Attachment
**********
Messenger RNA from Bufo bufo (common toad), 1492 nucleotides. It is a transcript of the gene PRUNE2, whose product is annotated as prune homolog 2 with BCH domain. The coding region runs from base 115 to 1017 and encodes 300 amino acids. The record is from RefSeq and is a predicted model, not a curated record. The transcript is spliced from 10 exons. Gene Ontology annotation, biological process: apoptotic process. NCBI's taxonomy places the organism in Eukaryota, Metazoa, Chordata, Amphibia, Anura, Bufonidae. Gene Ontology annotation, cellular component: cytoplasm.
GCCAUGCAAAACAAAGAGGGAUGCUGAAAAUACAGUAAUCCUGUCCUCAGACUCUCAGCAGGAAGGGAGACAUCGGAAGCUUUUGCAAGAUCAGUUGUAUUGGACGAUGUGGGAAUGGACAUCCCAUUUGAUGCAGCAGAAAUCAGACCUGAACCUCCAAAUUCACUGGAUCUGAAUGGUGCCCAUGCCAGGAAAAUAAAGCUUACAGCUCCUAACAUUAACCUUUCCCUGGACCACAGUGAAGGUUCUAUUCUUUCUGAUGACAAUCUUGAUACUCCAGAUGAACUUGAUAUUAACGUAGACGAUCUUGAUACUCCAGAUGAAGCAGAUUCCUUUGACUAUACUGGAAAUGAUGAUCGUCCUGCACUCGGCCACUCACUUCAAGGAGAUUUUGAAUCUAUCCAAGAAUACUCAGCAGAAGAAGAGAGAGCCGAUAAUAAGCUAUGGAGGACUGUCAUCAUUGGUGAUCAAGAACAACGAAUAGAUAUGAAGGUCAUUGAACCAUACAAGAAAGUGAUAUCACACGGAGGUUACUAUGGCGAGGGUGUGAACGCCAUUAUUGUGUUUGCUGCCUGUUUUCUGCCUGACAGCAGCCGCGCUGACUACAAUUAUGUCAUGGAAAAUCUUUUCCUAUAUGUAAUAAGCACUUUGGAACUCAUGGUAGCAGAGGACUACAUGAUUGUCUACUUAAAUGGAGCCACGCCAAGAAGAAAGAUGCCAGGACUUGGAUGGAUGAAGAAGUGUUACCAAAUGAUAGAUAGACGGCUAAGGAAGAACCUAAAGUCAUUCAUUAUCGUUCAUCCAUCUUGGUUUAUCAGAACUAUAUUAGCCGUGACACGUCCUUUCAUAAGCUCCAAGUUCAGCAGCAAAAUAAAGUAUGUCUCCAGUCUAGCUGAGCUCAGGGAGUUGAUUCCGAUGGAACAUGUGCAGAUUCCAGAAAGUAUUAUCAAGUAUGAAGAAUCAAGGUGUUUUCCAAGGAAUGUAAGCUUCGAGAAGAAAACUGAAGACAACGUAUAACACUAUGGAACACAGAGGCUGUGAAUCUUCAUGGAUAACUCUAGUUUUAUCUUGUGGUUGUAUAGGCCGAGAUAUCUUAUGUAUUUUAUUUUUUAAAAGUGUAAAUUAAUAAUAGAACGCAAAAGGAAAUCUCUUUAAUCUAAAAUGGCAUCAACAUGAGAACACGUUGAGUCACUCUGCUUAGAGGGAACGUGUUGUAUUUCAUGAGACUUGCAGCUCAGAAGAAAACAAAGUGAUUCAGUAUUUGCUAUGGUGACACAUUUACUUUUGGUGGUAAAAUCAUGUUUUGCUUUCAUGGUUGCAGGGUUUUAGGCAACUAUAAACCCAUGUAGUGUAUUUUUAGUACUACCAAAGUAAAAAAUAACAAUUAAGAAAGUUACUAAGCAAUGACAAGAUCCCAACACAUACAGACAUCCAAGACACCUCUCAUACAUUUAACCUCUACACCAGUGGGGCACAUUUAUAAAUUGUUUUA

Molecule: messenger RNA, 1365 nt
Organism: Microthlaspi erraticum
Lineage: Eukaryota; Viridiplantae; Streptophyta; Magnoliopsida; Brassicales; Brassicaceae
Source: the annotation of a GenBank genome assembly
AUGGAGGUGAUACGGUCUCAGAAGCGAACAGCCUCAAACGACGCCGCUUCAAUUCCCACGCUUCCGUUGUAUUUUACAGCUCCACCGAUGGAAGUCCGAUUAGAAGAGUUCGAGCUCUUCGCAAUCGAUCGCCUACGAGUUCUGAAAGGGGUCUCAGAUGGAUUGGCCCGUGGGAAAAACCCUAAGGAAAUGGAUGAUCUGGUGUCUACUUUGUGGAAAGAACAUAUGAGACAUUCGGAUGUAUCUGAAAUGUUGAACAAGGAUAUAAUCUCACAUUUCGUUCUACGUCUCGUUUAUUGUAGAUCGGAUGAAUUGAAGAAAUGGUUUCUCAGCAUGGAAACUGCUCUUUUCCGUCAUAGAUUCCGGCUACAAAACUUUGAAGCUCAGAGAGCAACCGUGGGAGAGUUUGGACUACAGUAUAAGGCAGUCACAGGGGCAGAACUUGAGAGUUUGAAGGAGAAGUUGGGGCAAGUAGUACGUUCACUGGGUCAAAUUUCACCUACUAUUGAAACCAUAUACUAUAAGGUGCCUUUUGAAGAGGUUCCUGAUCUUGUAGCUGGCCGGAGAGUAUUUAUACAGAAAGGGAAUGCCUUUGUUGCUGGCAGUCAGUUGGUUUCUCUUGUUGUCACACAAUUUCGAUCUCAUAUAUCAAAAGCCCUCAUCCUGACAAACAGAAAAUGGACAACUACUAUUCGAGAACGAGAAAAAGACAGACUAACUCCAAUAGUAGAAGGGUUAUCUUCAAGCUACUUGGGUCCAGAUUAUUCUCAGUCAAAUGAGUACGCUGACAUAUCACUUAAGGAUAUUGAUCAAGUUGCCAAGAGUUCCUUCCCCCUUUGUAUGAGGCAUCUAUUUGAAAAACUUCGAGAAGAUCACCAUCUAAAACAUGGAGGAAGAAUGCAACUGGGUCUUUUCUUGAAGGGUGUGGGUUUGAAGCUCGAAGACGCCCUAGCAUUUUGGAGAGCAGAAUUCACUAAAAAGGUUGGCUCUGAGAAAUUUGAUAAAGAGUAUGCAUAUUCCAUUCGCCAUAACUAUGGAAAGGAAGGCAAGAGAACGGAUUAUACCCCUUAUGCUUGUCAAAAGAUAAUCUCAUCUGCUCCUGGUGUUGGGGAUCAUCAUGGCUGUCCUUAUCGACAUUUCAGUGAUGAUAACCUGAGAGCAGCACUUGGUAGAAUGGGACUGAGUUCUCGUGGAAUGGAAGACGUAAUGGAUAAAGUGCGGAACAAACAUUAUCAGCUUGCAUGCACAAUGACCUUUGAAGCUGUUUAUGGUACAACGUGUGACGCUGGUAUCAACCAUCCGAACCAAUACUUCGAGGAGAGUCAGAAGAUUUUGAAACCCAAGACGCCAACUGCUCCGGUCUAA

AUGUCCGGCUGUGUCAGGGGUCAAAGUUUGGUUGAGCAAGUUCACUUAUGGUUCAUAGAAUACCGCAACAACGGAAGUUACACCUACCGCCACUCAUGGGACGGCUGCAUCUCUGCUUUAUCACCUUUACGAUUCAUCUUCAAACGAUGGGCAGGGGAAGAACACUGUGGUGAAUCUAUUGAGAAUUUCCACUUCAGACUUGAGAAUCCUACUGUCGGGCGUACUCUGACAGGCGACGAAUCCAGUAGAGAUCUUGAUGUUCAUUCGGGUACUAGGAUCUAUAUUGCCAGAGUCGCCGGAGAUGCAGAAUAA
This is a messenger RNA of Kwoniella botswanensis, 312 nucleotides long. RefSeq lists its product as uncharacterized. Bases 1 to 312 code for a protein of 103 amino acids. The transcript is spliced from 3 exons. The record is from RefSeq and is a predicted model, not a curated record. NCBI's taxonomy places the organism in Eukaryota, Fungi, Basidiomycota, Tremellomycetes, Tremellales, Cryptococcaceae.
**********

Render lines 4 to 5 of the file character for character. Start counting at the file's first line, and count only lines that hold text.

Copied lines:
Organism: Microthlaspi erraticum
Lineage: Eukaryota; Viridiplantae; Streptophyta; Magnoliopsida; Brassicales; Brassicaceae